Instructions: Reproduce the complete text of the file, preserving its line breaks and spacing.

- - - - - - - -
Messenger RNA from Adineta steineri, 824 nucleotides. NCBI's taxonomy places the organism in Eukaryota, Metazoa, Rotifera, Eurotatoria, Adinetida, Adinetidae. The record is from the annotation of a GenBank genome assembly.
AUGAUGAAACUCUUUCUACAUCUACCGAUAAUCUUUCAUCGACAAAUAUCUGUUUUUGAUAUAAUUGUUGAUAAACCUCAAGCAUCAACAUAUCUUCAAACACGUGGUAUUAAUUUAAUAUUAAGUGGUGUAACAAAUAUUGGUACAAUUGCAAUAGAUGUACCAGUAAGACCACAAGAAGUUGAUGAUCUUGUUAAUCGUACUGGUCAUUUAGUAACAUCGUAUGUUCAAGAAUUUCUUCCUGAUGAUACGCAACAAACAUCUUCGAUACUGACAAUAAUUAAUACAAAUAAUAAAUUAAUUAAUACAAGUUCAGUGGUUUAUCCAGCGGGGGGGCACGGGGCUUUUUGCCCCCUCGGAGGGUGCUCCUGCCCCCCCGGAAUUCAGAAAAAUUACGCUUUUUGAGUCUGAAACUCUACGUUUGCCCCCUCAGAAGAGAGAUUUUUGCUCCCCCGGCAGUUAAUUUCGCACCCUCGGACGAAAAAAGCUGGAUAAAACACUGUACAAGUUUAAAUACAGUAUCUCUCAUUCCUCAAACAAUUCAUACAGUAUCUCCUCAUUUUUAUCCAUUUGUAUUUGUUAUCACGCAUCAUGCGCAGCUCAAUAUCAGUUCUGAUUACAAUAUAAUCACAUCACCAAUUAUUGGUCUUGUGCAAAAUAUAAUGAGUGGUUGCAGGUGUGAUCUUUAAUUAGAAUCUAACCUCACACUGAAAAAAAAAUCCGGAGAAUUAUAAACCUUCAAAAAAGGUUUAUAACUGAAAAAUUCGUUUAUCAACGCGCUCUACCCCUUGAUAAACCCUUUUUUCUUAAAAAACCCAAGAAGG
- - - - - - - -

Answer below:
Messenger RNA from Adineta steineri, 824 nucleotides. NCBI's taxonomy places the organism in Eukaryota, Metazoa, Rotifera, Eurotatoria, Adinetida, Adinetidae. The record is from the annotation of a GenBank genome assembly.
AUGAUGAAACUCUUUCUACAUCUACCGAUAAUCUUUCAUCGACAAAUAUCUGUUUUUGAUAUAAUUGUUGAUAAACCUCAAGCAUCAACAUAUCUUCAAACACGUGGUAUUAAUUUAAUAUUAAGUGGUGUAACAAAUAUUGGUACAAUUGCAAUAGAUGUACCAGUAAGACCACAAGAAGUUGAUGAUCUUGUUAAUCGUACUGGUCAUUUAGUAACAUCGUAUGUUCAAGAAUUUCUUCCUGAUGAUACGCAACAAACAUCUUCGAUACUGACAAUAAUUAAUACAAAUAAUAAAUUAAUUAAUACAAGUUCAGUGGUUUAUCCAGCGGGGGGGCACGGGGCUUUUUGCCCCCUCGGAGGGUGCUCCUGCCCCCCCGGAAUUCAGAAAAAUUACGCUUUUUGAGUCUGAAACUCUACGUUUGCCCCCUCAGAAGAGAGAUUUUUGCUCCCCCGGCAGUUAAUUUCGCACCCUCGGACGAAAAAAGCUGGAUAAAACACUGUACAAGUUUAAAUACAGUAUCUCUCAUUCCUCAAACAAUUCAUACAGUAUCUCCUCAUUUUUAUCCAUUUGUAUUUGUUAUCACGCAUCAUGCGCAGCUCAAUAUCAGUUCUGAUUACAAUAUAAUCACAUCACCAAUUAUUGGUCUUGUGCAAAAUAUAAUGAGUGGUUGCAGGUGUGAUCUUUAAUUAGAAUCUAACCUCACACUGAAAAAAAAAUCCGGAGAAUUAUAAACCUUCAAAAAAGGUUUAUAACUGAAAAAUUCGUUUAUCAACGCGCUCUACCCCUUGAUAAACCCUUUUUUCUUAAAAAACCCAAGAAGG